Analysis: What's Up With the Epigraph?
Epigraphs are like little appetizers to the great entrée of a story. They illuminate important aspects of the story, and they get us headed in the right direction.
"ALWAYS BE CLOSING"—Practical Sales Maxim
Man, that maxim is so powerful it deserves its own monologue. Oh wait—it has one. Phew.
This phrase plays such an important role in the play that when it came time for Mamet to write the screenplay for the film version, he added a character (played by Alec Baldwin) just to deliver a monologue about the maxim. "A-Always. B-Be. C-Closing," he says, and then goes on to berate all of the salesmen in the office.
While the monologue doesn't exist in the original play (though some stage productions have added it over the years), it does still make an appearance. As Shelly recounts his sale to the Nyborgs, Roma is impressed and chimes in with, "Always be closing" (2.1.432).
This is the maxim that they live by. Well, at least Roma seems to live by it. Even a trip to the Chinese restaurant is a chance to close a deal for him.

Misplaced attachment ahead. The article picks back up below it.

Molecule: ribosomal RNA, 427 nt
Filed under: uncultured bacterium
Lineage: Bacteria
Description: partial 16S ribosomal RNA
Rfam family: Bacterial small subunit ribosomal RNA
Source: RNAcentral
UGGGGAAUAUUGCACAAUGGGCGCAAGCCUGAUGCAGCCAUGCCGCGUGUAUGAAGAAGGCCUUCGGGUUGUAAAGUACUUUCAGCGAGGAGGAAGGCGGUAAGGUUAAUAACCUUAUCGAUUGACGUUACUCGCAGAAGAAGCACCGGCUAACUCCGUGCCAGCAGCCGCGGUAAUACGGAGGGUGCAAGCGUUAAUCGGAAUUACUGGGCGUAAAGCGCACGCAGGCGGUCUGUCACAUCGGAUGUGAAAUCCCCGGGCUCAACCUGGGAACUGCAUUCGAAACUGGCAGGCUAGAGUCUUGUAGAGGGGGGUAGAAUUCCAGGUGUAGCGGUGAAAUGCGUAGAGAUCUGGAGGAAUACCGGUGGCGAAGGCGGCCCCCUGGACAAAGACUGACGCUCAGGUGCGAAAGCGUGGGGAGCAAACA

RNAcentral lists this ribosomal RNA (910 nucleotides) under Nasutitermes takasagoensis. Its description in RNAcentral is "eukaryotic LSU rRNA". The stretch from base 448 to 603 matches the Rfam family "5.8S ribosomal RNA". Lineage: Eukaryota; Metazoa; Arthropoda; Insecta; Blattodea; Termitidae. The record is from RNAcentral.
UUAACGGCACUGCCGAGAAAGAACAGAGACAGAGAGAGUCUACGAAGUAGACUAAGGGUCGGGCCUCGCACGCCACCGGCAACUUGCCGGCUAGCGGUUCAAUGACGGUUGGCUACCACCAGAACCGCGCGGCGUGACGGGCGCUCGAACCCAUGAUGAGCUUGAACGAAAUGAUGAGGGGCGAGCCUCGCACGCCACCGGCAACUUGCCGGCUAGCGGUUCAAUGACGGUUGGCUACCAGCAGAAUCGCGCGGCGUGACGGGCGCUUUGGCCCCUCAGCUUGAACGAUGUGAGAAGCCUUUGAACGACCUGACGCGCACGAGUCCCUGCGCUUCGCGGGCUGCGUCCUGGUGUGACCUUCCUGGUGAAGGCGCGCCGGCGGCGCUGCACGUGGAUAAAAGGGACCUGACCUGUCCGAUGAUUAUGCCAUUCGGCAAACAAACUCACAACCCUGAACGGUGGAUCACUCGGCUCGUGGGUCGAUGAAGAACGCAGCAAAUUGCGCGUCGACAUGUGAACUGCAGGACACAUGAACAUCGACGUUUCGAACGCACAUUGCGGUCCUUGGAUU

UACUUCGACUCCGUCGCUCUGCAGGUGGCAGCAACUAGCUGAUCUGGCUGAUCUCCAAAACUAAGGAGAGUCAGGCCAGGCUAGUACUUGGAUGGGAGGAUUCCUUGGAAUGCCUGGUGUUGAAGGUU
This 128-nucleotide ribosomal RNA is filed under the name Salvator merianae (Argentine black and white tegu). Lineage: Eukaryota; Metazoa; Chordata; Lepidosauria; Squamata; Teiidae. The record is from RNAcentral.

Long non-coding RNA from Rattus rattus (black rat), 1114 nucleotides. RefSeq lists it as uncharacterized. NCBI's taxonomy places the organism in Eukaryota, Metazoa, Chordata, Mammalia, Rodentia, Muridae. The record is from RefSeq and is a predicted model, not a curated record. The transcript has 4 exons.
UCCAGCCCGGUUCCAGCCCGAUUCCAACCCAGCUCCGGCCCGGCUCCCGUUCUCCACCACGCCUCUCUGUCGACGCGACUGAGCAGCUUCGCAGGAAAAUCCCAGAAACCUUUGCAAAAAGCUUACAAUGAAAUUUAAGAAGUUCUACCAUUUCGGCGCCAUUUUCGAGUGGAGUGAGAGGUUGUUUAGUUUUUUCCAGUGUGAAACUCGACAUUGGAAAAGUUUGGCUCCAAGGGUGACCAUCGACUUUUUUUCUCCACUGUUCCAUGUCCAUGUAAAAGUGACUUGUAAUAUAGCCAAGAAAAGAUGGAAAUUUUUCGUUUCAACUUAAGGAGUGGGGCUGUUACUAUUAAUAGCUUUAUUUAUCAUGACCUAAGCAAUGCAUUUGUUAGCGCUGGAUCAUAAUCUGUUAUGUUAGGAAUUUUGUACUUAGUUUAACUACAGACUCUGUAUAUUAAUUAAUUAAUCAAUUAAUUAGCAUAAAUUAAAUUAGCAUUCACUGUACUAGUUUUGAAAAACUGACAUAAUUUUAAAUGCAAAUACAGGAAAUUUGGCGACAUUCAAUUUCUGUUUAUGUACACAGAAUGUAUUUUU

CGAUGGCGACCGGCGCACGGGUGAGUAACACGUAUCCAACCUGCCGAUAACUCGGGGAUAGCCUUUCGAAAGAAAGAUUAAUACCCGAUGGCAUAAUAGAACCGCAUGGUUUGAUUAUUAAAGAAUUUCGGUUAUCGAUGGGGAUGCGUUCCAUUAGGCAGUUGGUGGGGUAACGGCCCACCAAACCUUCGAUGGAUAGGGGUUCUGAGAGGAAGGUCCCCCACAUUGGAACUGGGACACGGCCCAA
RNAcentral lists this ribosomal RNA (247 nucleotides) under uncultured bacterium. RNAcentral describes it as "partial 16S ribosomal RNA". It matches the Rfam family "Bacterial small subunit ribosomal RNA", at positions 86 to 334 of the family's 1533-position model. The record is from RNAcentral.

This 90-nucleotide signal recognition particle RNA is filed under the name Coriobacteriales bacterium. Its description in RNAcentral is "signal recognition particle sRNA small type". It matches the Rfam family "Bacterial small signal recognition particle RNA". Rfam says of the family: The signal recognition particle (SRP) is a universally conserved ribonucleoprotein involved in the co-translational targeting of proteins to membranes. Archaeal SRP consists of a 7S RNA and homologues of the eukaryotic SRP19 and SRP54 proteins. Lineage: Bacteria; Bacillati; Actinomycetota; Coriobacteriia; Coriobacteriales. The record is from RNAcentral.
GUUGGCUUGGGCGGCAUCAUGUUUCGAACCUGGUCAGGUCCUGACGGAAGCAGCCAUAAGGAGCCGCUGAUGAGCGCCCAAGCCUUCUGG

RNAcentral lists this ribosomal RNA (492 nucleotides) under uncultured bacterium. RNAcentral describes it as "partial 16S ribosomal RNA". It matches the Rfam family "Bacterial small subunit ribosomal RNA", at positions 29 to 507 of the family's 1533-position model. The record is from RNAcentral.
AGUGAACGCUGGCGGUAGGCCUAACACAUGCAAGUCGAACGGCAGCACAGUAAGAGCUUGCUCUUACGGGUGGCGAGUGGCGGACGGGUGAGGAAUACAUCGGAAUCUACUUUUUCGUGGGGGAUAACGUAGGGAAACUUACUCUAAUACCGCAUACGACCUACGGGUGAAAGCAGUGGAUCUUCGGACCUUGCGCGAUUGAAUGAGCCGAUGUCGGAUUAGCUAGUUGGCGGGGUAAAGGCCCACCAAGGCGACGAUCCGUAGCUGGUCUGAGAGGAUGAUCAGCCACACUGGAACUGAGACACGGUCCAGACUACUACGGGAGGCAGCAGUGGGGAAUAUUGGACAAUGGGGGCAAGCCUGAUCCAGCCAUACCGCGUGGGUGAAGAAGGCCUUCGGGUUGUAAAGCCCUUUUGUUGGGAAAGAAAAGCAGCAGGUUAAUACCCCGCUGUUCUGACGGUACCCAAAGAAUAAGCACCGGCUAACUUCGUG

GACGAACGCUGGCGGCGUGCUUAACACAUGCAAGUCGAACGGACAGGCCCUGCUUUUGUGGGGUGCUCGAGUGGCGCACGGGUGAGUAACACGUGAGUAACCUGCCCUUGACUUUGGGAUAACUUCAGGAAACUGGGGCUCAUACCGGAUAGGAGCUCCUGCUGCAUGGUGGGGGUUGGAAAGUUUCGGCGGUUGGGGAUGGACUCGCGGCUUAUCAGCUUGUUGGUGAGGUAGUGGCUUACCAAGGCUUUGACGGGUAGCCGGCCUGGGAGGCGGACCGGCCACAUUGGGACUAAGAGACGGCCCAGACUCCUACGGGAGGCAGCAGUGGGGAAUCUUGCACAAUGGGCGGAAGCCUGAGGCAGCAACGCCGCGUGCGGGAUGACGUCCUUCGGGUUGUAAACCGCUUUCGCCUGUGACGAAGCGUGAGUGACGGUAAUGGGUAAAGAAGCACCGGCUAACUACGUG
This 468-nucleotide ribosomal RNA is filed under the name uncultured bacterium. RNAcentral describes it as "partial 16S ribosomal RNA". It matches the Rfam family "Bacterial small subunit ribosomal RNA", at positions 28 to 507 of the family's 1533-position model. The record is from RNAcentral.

The epigraph also illustrates the unbelievable pressure on the characters in the play—as Moss says, "The pressure's just too great" (1.2.48-49). There are no breaks for these guys. They have to always be closing, and this pressure is what sends them over the edge. It's what makes Moss come up with the idea to rob the place, it's what leads Levene to carry out the robbery, it's what forces Roma to spin lies in an attempt to hold on to the Lingk sale, and it's what makes Aaronow utterly hate everything about the job.